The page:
Facts Intrude on Feminists' Dance with Science


June 28, 1991|By RONALD DWORKIN

Feminism has provided valuable insights into the habits, customs and mores of Western society. As a scholarly discipline, however, it has traditionally concerned itself with non-scientific issues, such as male-female relationships in the work place and in the bedroom. It has centered its attack on Western beliefs and opinions, avoiding the preserve that is scientific knowledge, thus incorporating the supposition that there is a difference between the two.

But more recently, feminists have allied themselves with a new and more radical position of the extreme left, which states that there is no difference between knowledge and belief. Fact and art, truth and opinion, blend into a common perspective. The new school, known under such titles as post-modernism and deconstruction, has emboldened traditional feminists and encouraged them to spread their attack to natural science and, in particular, to medical science.

Medical practitioners have long been chastised by feminists for their insensitivity shown toward women in clinical settings, and with some justification. After fixing the attention of the medical community on this problem for more than a decade, feminists have had some success in making graduating male medical students and residents more aware of women's issues.

Now, however, it is the actual scientific content of medical science, not the attitudes of its practitioners, that is being challenged by some feminists. I believe that this more radical change in feminist goals is misguided and physically dangerous.

For example, one feminist study describes the insensitivity of male physicians relative to female midwives in their management of pregnant patients. It was reported that midwives are more sensitive to the symptom of nausea experienced by women in labor, evident in the midwives' increased willingness to feed these patients immediately prior to delivery in an attempt to ease the symptom.

However, the failure of male physicians to feed their patients while in labor is not grounded in chauvinism but in well-researched data that show a leading cause of death in pregnant patients to be aspiration of stomach contents under anesthesia. The practice of physicians appears to be insensitive, but that view is distorted for, in actuality, it rests on a firm bed of knowledge.

To support the actions of the midwife, who is ''sensitive'' but not a physician, would lead to an increase in the maternal mortality rate.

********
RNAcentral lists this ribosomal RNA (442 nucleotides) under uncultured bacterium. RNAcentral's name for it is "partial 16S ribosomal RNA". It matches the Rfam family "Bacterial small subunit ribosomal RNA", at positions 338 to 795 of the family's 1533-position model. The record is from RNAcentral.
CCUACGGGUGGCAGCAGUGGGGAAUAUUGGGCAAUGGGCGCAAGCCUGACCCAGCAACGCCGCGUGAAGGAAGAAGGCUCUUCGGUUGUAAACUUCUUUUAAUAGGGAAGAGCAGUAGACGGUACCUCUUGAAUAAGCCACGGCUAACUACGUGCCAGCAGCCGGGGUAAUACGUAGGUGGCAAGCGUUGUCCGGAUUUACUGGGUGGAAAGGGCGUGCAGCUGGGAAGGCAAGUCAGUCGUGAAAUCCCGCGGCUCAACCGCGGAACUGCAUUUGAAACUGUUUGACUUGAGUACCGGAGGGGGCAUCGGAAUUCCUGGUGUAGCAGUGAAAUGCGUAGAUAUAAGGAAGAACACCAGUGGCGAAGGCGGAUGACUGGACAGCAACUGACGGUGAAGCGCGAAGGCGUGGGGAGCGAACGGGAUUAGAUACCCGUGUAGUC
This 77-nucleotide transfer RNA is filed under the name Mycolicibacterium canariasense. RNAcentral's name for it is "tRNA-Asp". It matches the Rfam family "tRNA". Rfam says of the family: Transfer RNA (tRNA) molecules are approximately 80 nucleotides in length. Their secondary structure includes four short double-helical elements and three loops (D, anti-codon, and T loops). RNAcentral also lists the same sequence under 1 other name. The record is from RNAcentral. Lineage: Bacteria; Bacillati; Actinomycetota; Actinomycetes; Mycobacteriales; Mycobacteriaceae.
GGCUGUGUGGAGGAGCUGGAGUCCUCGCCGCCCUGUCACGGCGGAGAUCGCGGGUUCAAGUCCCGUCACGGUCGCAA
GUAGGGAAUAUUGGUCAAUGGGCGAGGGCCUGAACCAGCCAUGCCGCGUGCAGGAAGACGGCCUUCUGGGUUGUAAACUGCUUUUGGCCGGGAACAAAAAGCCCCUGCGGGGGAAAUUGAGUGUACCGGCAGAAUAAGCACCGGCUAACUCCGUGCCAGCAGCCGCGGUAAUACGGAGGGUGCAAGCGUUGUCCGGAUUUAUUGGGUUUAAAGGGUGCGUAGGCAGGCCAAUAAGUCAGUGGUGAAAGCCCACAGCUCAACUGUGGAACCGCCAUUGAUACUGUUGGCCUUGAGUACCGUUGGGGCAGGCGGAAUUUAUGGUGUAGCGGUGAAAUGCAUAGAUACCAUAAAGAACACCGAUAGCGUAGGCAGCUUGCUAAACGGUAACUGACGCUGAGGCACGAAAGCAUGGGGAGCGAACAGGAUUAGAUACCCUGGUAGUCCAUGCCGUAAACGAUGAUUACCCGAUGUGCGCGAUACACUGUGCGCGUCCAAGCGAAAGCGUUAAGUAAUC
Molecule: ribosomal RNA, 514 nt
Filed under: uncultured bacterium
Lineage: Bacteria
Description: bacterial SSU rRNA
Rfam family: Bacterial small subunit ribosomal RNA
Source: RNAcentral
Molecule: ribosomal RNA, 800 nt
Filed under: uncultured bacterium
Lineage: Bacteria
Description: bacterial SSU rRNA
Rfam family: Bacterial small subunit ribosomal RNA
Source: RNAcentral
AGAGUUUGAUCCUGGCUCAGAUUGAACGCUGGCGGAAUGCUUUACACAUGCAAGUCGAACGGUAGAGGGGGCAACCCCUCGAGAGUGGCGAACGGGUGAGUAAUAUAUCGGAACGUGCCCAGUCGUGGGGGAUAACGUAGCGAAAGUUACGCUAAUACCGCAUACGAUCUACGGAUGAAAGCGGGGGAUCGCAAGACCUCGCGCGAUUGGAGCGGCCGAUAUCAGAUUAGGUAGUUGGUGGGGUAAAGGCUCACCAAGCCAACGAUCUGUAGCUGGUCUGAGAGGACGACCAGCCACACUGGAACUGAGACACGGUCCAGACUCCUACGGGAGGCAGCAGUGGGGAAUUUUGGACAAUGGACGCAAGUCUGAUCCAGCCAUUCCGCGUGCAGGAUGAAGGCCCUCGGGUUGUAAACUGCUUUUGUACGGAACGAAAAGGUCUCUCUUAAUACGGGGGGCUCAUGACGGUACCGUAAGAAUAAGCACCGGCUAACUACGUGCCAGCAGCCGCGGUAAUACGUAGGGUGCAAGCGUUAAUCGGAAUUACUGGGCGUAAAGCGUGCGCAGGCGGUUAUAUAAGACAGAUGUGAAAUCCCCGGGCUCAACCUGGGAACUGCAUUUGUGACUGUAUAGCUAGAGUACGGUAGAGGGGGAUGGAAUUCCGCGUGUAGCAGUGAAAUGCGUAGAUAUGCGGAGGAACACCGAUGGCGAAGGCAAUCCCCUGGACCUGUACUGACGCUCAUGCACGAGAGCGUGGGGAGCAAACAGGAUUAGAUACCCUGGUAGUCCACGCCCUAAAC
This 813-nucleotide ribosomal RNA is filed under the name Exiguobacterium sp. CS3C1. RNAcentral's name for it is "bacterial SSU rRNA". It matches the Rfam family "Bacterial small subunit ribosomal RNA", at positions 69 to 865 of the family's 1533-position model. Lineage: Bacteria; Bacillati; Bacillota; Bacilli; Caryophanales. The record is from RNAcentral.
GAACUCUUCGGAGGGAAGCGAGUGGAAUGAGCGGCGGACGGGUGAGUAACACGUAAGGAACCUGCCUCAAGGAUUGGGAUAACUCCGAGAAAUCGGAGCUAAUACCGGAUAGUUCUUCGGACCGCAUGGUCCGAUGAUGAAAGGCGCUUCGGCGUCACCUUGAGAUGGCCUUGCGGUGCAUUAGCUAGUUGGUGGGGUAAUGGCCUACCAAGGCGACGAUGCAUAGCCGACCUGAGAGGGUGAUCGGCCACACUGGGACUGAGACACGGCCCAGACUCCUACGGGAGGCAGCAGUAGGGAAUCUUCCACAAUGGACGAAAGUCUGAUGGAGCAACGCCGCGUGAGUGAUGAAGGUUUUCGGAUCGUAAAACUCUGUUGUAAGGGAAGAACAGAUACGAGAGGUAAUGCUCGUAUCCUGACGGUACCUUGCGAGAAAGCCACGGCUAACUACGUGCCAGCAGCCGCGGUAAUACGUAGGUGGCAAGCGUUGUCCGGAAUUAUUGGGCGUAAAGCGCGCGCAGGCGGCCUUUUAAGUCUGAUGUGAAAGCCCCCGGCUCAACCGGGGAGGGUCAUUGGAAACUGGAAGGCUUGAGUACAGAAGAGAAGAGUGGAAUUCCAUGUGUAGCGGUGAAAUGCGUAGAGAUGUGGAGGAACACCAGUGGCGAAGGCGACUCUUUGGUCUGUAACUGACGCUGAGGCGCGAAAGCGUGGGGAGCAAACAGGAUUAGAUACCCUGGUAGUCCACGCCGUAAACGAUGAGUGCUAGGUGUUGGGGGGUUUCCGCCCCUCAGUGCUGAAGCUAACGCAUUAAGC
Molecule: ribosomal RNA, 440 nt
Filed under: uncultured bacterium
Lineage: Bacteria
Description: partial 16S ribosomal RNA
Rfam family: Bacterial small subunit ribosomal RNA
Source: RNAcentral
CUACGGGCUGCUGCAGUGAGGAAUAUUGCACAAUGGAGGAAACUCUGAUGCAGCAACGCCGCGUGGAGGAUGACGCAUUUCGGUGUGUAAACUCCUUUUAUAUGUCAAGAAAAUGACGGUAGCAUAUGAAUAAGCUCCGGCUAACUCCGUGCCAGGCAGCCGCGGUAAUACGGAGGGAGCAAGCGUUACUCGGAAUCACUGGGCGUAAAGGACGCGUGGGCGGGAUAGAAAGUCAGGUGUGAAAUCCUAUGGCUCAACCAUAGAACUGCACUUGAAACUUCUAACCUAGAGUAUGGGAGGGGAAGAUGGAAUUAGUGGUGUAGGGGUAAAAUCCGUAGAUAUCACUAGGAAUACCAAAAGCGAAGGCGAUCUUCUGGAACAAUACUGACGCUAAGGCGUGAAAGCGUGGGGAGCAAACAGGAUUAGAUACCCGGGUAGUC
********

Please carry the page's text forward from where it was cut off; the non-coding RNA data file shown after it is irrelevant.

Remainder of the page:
In another study, a feminist researcher observed that during Caesarean sections, the pregnant patient on the operating-room table was always tilted to the left, with the male physician standing on the right side and the female assistant standing on the left. She concluded, with the input of nonmedical personnel, that this arrangement occurred because the male physician did not want to soil his feet with the patient's blood and fluids, thus he tilted the patient to the left so that the contents would spill on to the feet of the female assistant.

A perfect example of male domination and female humiliation, right?

Wrong. For pregnant patients are tilted to the left because the enlarged uterus compresses the vessel which returns blood back to the heart, which happens to be on the right side of the body. The uterus is lifted off that vessel by tilting the patient to the left, thus preventing a catastrophic drop in blood pressure.

Since most physicians are male and right-handed, and because it is easier for a right-handed physician to deliver the baby from the right side, the male physician generally stands on the right side of the patient. His nurse assistant, who often happens to be female, must stand on the left side. Hence, what appears to be an example of domination and subjugation is merely an example of distortion grounded in a lack of knowledge.

To ''correct'' the situation by preventing the patient from being tilted to the left could lead to a dire result for mother and baby, including cardiac arrest.

The intrusion of radical politics into medicine, and science in general, has obviously occurred without invitation. Physicians and scientists consider their disciplines to be apolitical, and many would remain content to observe the turmoil in other corners of social and political life in the peaceful role of spectator.

But radical politics sees in medicine and science another opponent, for radicals have already cowed the quasi-scientific disciplines, such as sociology, criminology and psychology. These disciplines have not been successful in proving a claim to knowledge because their theories are not reliably predictive of outcomes. In those fields, opinion and fact seem to blur.

But to the chagrin of feminists and radicals, medicine can offer a rational, nonpolitical, account of itself. It can reliably predict. Its practice is grounded in real knowledge. There is a difference between medicine and cookery, between science and art.

Hence, the attempt to politicize the content of science and medicine will fail. By launching an attack on the apolitical behemoth that is science, feminists and radicals will find that their marching songs are childish and their weapons are dull. They will succeed in doing nothing more than arouse a sleeping giant.

Ronald Dworkin is a physician doing graduate work at Johns Hopkins University.

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